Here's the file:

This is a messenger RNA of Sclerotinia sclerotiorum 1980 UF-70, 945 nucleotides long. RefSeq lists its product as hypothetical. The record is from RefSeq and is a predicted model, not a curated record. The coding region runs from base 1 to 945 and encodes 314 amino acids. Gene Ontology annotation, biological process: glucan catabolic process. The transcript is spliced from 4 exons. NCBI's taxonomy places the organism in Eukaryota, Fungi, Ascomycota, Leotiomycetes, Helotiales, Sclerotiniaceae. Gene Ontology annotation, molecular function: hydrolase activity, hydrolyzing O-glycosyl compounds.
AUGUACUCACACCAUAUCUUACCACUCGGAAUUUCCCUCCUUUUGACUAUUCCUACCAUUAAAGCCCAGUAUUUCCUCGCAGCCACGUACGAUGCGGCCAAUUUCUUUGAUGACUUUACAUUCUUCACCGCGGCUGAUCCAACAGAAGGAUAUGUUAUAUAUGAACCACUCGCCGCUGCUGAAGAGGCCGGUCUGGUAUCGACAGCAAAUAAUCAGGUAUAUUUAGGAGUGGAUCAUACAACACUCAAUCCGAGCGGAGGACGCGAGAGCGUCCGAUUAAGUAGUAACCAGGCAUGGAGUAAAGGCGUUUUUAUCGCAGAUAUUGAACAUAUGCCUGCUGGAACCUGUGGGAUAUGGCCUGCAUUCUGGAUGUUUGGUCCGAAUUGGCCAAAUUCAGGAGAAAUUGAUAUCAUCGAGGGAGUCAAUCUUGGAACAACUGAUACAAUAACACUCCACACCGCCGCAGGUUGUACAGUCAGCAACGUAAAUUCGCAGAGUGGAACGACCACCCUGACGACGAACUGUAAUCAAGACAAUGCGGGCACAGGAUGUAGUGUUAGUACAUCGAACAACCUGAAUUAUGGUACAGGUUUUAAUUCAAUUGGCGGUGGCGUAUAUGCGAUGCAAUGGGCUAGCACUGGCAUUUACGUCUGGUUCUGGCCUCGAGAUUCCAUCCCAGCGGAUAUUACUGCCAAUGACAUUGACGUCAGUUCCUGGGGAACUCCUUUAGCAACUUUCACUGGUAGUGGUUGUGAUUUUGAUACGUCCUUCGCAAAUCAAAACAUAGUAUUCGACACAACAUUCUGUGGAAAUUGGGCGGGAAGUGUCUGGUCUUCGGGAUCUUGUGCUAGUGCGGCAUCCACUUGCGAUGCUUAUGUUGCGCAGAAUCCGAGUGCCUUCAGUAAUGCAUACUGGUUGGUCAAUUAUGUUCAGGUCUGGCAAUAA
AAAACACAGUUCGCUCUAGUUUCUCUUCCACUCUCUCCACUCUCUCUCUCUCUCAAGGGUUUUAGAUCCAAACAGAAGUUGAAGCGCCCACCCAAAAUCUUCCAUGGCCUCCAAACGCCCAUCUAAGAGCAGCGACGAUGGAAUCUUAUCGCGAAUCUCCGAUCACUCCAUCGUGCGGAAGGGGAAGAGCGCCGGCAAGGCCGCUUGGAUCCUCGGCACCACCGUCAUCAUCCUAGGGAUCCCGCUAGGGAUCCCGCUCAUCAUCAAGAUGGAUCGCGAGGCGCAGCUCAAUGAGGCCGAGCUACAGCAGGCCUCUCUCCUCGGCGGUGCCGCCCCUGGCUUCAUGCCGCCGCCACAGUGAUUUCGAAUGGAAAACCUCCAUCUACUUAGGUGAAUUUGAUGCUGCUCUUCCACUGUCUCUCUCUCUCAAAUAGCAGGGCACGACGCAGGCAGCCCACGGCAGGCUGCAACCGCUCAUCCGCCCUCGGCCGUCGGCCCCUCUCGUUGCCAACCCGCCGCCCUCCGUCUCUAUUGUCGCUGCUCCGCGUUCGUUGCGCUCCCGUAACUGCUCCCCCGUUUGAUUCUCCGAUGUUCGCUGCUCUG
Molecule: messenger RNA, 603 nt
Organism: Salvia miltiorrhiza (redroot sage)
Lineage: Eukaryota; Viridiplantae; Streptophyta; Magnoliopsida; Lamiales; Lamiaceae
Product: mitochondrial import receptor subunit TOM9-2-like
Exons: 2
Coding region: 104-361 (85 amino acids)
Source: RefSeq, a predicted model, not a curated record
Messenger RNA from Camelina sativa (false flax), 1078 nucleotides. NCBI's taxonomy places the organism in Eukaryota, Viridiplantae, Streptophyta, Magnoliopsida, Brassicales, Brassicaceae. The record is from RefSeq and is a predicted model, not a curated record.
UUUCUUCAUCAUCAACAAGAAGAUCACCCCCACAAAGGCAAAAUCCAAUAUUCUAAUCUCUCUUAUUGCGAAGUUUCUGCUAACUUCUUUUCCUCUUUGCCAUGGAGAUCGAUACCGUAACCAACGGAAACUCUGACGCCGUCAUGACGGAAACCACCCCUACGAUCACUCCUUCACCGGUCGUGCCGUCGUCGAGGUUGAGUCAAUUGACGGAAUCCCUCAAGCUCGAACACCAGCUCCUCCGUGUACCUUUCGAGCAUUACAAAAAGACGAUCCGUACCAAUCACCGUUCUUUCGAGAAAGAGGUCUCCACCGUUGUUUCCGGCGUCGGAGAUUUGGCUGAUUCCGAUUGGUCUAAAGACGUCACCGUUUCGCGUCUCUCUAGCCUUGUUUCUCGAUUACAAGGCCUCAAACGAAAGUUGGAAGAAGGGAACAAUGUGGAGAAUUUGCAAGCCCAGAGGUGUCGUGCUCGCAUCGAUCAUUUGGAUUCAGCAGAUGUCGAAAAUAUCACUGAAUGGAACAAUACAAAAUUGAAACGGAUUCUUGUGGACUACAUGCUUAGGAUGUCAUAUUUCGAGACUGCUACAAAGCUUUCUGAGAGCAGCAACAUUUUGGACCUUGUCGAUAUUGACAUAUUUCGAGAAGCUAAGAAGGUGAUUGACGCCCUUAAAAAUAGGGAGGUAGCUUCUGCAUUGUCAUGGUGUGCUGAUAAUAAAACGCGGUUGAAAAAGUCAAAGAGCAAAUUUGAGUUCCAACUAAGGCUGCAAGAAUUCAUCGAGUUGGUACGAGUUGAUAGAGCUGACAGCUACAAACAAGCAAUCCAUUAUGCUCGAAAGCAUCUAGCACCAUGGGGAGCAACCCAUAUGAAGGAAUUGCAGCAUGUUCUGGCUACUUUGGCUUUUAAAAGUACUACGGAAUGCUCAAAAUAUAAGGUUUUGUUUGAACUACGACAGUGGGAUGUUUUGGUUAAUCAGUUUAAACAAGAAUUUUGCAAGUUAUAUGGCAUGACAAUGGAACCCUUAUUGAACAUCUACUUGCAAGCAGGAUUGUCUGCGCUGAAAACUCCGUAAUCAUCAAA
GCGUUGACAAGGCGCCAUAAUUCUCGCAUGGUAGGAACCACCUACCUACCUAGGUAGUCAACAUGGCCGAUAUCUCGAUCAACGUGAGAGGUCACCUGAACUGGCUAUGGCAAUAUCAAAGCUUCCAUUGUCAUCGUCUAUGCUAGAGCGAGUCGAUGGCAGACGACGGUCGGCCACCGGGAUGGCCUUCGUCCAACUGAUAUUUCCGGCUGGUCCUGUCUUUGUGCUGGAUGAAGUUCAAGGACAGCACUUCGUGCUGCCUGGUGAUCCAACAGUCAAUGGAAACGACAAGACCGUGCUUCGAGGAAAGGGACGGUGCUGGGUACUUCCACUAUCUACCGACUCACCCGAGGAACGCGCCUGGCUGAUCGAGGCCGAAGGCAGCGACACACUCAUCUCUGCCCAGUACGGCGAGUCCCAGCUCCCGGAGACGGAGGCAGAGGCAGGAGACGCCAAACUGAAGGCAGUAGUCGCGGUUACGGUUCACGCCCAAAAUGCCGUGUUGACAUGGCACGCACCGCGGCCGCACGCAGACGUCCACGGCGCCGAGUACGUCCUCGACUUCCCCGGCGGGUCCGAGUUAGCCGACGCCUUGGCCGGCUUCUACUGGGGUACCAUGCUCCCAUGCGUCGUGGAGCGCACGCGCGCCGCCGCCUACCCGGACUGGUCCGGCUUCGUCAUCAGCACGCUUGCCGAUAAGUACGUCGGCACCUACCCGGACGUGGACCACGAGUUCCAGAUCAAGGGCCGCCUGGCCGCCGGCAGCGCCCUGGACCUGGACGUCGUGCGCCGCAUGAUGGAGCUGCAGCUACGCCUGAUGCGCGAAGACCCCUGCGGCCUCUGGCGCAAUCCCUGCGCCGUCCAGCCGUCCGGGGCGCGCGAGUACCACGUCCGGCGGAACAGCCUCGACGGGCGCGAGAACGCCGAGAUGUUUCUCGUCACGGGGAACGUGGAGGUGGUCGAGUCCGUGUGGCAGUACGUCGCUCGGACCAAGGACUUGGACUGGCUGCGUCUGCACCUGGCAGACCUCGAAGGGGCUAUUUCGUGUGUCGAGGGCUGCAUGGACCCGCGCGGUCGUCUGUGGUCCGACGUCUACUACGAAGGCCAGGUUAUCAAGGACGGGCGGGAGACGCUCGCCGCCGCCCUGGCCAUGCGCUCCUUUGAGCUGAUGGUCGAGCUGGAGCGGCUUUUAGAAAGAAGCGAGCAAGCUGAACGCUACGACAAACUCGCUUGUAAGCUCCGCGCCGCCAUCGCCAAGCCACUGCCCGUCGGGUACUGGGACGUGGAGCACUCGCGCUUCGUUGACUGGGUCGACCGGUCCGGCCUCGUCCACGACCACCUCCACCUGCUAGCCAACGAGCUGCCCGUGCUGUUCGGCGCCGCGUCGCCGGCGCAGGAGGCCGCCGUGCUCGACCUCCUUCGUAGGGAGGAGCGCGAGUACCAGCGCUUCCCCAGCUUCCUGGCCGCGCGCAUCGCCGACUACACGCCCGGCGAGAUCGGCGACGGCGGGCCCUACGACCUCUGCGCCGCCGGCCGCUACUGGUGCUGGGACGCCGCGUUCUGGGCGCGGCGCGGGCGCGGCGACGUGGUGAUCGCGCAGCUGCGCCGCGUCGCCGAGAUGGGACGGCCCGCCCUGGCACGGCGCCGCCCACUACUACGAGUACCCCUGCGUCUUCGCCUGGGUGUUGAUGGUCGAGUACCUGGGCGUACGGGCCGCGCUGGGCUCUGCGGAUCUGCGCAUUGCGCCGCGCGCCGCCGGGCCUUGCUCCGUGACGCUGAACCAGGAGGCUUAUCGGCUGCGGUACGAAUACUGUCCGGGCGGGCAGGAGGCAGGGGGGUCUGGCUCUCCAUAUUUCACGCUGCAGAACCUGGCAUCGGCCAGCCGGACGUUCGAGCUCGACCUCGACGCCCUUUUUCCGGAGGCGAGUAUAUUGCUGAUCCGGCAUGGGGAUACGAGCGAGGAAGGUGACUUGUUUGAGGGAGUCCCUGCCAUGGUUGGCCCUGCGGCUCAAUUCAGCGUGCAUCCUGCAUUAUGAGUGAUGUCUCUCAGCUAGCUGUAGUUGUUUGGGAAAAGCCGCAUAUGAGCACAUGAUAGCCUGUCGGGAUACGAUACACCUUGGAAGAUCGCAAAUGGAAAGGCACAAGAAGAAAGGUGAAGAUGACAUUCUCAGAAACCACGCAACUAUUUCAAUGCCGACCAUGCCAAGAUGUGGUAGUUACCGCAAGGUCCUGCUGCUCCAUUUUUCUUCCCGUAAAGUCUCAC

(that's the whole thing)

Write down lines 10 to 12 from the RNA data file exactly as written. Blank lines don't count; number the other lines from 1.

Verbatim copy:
Source: RefSeq, a predicted model, not a curated record
Messenger RNA from Camelina sativa (false flax), 1078 nucleotides. NCBI's taxonomy places the organism in Eukaryota, Viridiplantae, Streptophyta, Magnoliopsida, Brassicales, Brassicaceae. The record is from RefSeq and is a predicted model, not a curated record.
UUUCUUCAUCAUCAACAAGAAGAUCACCCCCACAAAGGCAAAAUCCAAUAUUCUAAUCUCUCUUAUUGCGAAGUUUCUGCUAACUUCUUUUCCUCUUUGCCAUGGAGAUCGAUACCGUAACCAACGGAAACUCUGACGCCGUCAUGACGGAAACCACCCCUACGAUCACUCCUUCACCGGUCGUGCCGUCGUCGAGGUUGAGUCAAUUGACGGAAUCCCUCAAGCUCGAACACCAGCUCCUCCGUGUACCUUUCGAGCAUUACAAAAAGACGAUCCGUACCAAUCACCGUUCUUUCGAGAAAGAGGUCUCCACCGUUGUUUCCGGCGUCGGAGAUUUGGCUGAUUCCGAUUGGUCUAAAGACGUCACCGUUUCGCGUCUCUCUAGCCUUGUUUCUCGAUUACAAGGCCUCAAACGAAAGUUGGAAGAAGGGAACAAUGUGGAGAAUUUGCAAGCCCAGAGGUGUCGUGCUCGCAUCGAUCAUUUGGAUUCAGCAGAUGUCGAAAAUAUCACUGAAUGGAACAAUACAAAAUUGAAACGGAUUCUUGUGGACUACAUGCUUAGGAUGUCAUAUUUCGAGACUGCUACAAAGCUUUCUGAGAGCAGCAACAUUUUGGACCUUGUCGAUAUUGACAUAUUUCGAGAAGCUAAGAAGGUGAUUGACGCCCUUAAAAAUAGGGAGGUAGCUUCUGCAUUGUCAUGGUGUGCUGAUAAUAAAACGCGGUUGAAAAAGUCAAAGAGCAAAUUUGAGUUCCAACUAAGGCUGCAAGAAUUCAUCGAGUUGGUACGAGUUGAUAGAGCUGACAGCUACAAACAAGCAAUCCAUUAUGCUCGAAAGCAUCUAGCACCAUGGGGAGCAACCCAUAUGAAGGAAUUGCAGCAUGUUCUGGCUACUUUGGCUUUUAAAAGUACUACGGAAUGCUCAAAAUAUAAGGUUUUGUUUGAACUACGACAGUGGGAUGUUUUGGUUAAUCAGUUUAAACAAGAAUUUUGCAAGUUAUAUGGCAUGACAAUGGAACCCUUAUUGAACAUCUACUUGCAAGCAGGAUUGUCUGCGCUGAAAACUCCGUAAUCAUCAAA